MORGANTOWN, W.Va. – The WVU Cancer Institute’s Mary Babb Randolph Cancer Center will offer free skin cancer screenings from 4 to 7 p.m. on Thursday, May 18, at the Cancer Center. Advance registration is required by May 15. Call 304-598-4500 to make an appointment.
Participants will be asked to complete a form describing their medical and sun exposure history and will be examined by a physician. If anything suspicious is found during the five-minute exam, the patient will be referred for a dermatology appointment.
“Unlike some cancers, skin cancer can be detected at an early stage when it is curable,” Michael Kolodney, M.D., Ph.D., chief of WVU Medicine Dermatology, said. “Even melanoma, the deadliest kind of skin cancer, has a high cure rate if detected early. That is why it is so important to schedule an annual skin cancer screening by a physician.”
In addition to seeing a physician annually, Dr. Kolodney recommends a monthly skin self-exam. “You should check for things like changes in moles, dry and scaly rough patches, and slowly growing bumps,” he said. “Get to know your skin and what is and isn’t normal.”
He added that two of the most important pieces of advice he can offer to prevent skin cancer is to avoid spending a lot of time in the sun and avoid tanning beds and sun lamps because both natural and manmade U.V. exposure are the primary causes of all skin cancers.
He recommends avoiding the sun between 10 a.m. and 4 p.m., when the sun’s rays are most intense.
Other recommendations include applying a broad-spectrum sunscreen with an SPF of 30 daily; wearing sunglasses that block most harmful rays; wearing long sleeves, long pants, and a hat with a wide brim when you are outside.
The American Academy of Dermatology estimates that one in five Americans will be diagnosed with skin cancer in their lifetime, and one person dies from melanoma every hour.
“Our annual skin cancer screening is an opportunity to continue raising awareness about skin cancer and to remind and encourage people to follow advice on how to protect their skin,” Kolodney said.
The Centers for Disease Control and Prevention is offering a continuing education course titled CDC Pink Book Training: Epidemiology and Prevention of Vaccine Preventable Diseases on April 10-11, 2018, at the Morgantown Marriott at Waterfront Place in Morgantown, West Virginia. The two-day program is geared to physicians, nurses, immunization providers, and program managers seeking the most current immunization knowledge base. Agenda topics include the principles of vaccination, general recommendations and best practice guidelines for immunization, vaccine safety, specific information about vaccine-preventable diseases and the vaccines that prevent them, and current issues related to immunization. Participants are required to obtain a copy of the most recent Pink Book. You can download and print one from the CDC website for free or purchase one from the Public Health Foundation website.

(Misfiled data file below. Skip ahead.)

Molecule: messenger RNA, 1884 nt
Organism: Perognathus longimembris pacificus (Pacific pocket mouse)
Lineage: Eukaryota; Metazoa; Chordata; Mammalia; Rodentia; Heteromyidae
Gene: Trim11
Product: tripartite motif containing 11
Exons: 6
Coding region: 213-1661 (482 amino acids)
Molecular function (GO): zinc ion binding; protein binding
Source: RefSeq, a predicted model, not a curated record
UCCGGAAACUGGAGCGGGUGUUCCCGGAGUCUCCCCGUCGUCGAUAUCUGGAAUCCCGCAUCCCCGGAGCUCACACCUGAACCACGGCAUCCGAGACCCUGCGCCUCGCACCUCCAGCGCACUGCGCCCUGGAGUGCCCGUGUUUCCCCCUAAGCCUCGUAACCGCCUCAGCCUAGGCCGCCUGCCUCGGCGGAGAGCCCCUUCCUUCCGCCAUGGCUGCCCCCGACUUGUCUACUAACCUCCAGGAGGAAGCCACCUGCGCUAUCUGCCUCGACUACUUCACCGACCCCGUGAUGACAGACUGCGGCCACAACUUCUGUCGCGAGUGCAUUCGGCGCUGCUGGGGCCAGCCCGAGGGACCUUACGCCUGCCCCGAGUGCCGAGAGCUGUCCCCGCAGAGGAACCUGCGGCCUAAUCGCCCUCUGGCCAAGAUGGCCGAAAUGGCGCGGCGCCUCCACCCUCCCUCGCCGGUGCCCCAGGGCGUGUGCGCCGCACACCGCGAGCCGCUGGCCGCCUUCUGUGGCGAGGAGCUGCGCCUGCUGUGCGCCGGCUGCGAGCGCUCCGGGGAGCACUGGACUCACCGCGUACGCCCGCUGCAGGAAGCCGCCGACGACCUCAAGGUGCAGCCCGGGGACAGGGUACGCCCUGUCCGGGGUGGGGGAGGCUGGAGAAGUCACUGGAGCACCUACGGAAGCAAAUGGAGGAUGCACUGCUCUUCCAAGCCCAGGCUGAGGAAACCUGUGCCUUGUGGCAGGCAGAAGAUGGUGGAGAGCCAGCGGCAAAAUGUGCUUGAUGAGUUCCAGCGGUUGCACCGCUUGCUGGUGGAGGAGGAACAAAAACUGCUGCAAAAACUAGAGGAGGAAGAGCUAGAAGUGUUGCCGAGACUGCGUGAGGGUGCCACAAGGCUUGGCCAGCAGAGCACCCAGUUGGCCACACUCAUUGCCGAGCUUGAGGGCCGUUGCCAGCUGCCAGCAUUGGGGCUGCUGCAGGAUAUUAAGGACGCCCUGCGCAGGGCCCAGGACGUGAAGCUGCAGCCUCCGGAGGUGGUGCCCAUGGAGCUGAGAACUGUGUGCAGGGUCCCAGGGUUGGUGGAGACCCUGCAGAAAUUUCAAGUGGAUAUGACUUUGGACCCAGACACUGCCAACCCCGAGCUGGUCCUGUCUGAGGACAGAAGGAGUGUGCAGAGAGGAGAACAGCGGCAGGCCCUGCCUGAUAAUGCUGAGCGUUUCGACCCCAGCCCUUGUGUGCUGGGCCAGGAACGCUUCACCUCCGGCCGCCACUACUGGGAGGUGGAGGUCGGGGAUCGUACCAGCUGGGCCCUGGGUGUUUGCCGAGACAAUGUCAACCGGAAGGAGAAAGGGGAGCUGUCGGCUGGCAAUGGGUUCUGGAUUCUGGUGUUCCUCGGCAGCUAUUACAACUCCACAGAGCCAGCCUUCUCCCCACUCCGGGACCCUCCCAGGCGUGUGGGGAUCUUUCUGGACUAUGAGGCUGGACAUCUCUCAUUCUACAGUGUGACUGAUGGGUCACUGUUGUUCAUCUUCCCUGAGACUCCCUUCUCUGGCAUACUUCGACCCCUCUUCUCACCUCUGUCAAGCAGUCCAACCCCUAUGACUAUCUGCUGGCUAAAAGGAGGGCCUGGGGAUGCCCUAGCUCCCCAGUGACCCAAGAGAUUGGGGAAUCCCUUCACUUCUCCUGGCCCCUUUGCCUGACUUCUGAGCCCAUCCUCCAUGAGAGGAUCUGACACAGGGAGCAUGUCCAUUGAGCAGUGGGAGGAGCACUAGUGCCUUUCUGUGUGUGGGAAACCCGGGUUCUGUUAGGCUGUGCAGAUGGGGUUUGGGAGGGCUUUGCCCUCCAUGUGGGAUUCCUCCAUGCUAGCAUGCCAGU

Amy Broadwater of Waynesburg, Pennsylvania is hoping to brighten the spirits of patients at the WVU Cancer Institute Mary Babb Randolph Cancer Center this holiday season. A Stella & Dot independent stylist, Broadwater asked her customers and friends to purchase bags from her company’s business as part of a breast cancer awareness campaign. She ended up with 22 bags, which she stuffed with socks, candy and notebooks using her commission from the bag sales to pay for the items, then donated the bags to the Cancer Center to give to patients. “My hope is that the gift bags will help ease the burden that patients may be experiencing and help them realize that others are thinking about them,” Broadwater said.
The Harrison County Breast Cancer Awareness Committee held an elimination dinner recently at the Best Western in Bridgeport and unanimously decided to donate all of the money from the fundraiser – $5,000 – to the Bonnie Wells Wilson Mobile Mammography Program (Bonnie’s Bus) to offset the costs of Bus visits to Harrison County.